- Keeping up with support tickets (which may include fixing the one yellowed fax machine that 50 people use all day long because a fax server has proven too difficult to explain, obtain and train)
- Writing and communicating policies designed to protect users against themselves and the rest of the world
For all this effort, you may be compensated at a third of what you could be making and expected to solve problems caused by trackball mice, Windows ME and even After Dark. But each day, each difficult decision is worth it because you know that by "making do", others are no longer doing without.
The tip of the iceberg
Technologically-savvy employees are often greeted with mixed emotions by less savvy employees in any job. The mystification is magnified for most techies working for non-profits. Your internal customers are likely to both revere and resent you as a magician that has the power to push the buttons in the right combination, allowing work to resume - but only after 50 other buttons have been pushed. Because you can walk into a meeting and solve a 3-year struggle with a simple suggestion, you can seem like the superhero that saves the day but leaves everyone else feeling vulnerable and defensive.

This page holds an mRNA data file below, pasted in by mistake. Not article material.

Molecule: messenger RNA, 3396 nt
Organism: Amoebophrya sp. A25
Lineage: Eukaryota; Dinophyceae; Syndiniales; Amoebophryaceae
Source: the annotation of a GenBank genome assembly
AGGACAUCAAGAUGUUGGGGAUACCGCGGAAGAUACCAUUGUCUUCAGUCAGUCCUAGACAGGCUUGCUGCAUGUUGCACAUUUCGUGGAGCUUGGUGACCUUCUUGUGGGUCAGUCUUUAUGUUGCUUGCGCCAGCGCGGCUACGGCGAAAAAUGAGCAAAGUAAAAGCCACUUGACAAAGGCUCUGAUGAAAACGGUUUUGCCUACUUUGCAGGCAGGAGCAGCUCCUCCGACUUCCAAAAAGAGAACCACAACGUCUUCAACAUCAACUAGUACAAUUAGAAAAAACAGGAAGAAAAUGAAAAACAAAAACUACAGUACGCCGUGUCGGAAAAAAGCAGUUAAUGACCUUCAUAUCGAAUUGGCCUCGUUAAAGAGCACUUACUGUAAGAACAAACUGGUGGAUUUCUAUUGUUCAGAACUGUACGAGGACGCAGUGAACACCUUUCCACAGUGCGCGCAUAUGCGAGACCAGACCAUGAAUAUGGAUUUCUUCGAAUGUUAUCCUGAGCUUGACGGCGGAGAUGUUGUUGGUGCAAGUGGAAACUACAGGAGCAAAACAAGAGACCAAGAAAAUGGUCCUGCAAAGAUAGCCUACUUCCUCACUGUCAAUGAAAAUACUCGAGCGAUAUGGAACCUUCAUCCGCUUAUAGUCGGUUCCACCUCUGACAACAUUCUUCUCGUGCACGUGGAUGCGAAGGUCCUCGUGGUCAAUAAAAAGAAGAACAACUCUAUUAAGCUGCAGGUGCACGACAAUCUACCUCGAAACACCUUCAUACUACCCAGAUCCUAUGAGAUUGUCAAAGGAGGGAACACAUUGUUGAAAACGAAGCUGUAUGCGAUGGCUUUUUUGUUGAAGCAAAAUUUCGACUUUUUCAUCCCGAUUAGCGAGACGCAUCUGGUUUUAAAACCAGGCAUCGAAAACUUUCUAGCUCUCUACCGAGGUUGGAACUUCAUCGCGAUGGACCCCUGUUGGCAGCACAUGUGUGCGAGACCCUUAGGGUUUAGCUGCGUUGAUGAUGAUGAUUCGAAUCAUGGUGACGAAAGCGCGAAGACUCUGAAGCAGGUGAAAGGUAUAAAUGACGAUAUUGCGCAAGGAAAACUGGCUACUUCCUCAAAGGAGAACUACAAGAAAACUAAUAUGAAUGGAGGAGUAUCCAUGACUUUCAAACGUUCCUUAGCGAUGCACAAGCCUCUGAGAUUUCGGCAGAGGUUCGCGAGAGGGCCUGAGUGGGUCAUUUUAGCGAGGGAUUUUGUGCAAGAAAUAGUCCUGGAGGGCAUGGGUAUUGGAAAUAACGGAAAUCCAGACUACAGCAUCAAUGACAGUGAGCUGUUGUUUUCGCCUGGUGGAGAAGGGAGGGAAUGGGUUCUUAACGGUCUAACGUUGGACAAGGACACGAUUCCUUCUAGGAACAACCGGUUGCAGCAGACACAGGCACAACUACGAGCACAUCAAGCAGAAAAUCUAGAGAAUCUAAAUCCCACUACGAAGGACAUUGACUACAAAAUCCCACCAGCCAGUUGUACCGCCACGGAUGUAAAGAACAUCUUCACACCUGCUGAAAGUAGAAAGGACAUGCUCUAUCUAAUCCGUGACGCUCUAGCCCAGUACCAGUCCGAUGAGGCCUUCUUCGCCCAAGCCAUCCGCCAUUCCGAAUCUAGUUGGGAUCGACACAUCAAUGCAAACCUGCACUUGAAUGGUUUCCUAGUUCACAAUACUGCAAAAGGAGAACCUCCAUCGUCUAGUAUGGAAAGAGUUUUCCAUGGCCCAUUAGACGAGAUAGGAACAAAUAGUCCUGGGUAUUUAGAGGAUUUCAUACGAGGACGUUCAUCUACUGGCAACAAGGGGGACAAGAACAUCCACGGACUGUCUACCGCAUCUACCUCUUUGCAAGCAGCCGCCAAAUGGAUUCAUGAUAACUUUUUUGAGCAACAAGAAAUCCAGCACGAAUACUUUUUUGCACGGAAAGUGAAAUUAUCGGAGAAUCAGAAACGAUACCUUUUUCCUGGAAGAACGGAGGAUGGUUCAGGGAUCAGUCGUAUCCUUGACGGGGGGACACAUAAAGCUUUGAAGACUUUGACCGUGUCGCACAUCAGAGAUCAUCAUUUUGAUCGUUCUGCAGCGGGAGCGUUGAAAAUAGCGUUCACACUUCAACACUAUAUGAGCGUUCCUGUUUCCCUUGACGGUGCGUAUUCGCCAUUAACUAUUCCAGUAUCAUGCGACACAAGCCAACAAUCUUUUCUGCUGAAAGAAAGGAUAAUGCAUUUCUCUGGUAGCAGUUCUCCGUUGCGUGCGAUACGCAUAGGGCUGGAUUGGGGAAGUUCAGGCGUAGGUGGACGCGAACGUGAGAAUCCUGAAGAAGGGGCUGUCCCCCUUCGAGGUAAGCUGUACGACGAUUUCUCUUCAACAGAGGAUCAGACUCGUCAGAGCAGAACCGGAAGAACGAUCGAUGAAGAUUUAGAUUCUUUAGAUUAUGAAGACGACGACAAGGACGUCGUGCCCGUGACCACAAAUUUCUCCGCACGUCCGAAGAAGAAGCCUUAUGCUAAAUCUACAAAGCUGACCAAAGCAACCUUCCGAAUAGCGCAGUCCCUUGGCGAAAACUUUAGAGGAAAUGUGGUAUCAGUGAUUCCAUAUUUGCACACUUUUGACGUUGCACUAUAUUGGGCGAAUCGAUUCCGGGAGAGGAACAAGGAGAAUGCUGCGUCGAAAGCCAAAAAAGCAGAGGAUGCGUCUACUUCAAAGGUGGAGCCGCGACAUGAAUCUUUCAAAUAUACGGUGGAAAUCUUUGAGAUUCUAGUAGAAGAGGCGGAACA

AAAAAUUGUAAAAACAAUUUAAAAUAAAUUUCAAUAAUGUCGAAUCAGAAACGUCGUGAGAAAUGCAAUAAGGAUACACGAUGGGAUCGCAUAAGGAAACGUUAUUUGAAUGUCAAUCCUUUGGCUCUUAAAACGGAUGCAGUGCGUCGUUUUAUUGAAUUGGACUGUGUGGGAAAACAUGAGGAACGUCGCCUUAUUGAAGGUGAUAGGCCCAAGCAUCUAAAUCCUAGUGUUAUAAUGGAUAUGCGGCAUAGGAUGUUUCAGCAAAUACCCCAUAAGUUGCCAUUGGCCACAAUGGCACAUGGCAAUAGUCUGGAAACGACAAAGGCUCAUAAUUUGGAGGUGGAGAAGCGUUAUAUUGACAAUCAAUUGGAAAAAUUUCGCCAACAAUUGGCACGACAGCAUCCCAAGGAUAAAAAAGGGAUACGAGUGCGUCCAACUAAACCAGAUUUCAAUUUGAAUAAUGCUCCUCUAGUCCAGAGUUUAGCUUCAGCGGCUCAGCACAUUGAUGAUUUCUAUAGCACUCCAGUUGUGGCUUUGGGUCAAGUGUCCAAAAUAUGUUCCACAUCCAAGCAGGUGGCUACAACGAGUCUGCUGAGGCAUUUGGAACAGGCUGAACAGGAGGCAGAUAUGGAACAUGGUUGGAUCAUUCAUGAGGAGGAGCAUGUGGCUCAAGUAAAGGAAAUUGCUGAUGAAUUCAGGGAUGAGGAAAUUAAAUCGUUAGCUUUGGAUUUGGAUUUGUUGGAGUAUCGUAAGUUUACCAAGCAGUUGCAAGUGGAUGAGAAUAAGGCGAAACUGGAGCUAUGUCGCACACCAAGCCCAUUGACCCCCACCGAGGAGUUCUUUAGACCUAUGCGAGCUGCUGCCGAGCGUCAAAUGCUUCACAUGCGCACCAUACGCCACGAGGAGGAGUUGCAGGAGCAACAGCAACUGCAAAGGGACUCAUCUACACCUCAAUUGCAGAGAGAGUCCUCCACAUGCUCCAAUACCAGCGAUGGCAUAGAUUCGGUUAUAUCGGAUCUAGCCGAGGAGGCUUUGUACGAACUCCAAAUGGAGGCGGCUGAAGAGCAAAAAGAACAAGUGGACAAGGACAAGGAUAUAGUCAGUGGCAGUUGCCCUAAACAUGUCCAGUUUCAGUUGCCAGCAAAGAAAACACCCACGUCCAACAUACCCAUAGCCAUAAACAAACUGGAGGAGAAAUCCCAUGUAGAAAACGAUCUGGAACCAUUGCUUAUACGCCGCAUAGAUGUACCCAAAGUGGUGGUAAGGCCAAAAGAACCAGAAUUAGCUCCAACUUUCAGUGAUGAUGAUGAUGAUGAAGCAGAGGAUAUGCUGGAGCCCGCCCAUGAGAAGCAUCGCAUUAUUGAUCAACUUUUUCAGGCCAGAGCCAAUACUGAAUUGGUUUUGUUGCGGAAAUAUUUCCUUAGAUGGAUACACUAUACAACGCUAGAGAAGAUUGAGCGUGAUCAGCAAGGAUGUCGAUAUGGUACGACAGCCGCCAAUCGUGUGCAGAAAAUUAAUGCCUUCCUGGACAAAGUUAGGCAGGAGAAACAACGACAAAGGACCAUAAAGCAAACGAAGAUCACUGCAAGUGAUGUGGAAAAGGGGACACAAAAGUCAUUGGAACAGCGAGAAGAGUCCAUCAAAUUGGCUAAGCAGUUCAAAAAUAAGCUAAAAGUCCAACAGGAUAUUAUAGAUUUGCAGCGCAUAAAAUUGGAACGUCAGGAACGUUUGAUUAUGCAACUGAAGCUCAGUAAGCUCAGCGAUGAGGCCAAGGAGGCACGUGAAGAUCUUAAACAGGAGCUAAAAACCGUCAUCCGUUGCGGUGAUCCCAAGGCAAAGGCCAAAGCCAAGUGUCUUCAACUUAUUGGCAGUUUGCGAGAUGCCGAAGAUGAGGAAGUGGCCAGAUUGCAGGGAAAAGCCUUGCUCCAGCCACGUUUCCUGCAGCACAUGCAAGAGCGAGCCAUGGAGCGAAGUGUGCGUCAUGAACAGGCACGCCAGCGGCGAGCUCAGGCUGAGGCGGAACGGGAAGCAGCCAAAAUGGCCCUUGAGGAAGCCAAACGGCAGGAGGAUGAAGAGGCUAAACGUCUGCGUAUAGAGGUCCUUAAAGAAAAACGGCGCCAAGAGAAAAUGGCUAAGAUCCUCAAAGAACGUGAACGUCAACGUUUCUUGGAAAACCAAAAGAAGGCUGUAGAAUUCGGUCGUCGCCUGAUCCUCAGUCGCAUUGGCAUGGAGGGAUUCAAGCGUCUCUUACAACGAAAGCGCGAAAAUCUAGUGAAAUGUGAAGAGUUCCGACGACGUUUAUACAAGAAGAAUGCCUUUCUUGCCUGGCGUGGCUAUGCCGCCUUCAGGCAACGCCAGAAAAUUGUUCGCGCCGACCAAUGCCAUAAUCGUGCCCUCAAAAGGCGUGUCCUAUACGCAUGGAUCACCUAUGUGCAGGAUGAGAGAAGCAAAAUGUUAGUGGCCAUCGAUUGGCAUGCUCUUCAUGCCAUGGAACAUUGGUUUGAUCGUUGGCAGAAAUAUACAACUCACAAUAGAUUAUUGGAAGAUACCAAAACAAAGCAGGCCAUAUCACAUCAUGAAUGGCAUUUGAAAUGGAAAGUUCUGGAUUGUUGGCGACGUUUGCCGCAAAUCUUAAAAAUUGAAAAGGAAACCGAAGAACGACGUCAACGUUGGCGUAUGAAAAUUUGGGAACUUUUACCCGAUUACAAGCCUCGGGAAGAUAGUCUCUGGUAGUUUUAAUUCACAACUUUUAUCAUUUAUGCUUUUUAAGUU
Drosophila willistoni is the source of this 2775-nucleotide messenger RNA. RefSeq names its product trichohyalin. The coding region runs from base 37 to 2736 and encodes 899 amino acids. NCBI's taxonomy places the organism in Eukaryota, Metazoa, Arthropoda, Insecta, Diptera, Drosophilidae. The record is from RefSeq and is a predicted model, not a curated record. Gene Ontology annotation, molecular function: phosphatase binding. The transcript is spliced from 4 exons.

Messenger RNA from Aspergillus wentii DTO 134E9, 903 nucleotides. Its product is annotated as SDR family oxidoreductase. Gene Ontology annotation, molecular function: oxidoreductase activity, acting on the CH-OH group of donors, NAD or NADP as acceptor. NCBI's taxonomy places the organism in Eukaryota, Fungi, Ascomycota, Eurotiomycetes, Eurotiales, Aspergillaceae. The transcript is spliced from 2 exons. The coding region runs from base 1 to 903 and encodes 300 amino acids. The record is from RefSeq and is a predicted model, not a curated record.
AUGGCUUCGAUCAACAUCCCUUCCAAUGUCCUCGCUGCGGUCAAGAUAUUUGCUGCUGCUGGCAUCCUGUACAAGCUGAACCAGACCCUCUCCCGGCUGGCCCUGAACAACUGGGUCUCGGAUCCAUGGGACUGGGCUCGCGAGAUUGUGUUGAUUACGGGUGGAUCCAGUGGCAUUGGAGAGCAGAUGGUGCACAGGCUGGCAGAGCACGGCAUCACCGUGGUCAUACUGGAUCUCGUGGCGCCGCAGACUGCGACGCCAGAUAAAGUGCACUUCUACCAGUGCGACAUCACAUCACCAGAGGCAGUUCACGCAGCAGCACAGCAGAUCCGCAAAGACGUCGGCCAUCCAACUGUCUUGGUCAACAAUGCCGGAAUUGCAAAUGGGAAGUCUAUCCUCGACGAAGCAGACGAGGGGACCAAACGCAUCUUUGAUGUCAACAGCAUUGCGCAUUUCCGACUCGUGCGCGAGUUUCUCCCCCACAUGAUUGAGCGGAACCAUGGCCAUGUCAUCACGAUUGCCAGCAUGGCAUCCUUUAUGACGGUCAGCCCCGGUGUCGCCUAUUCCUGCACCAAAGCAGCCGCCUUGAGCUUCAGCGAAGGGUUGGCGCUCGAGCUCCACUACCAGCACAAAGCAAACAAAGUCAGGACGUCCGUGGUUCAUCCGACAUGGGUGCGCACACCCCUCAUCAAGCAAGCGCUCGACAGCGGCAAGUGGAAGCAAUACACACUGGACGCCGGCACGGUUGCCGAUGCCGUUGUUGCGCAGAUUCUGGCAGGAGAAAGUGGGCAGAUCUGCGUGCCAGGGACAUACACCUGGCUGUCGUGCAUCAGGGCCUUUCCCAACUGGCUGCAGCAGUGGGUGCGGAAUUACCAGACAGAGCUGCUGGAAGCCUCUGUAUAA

The effusive appreciation for small fixes will likely make you uncomfortable at first, because you know how simple the problems can be to fix. But when the issues increase in complexity (especially if they are costly), you'll find that communication skills are far more essential in a non-profit. Trying to convince passengers, who've never sailed the waters before, of the hidden dangers of the iceberg (even if they're the elite in their particular circles of service) can require the patience of a titan.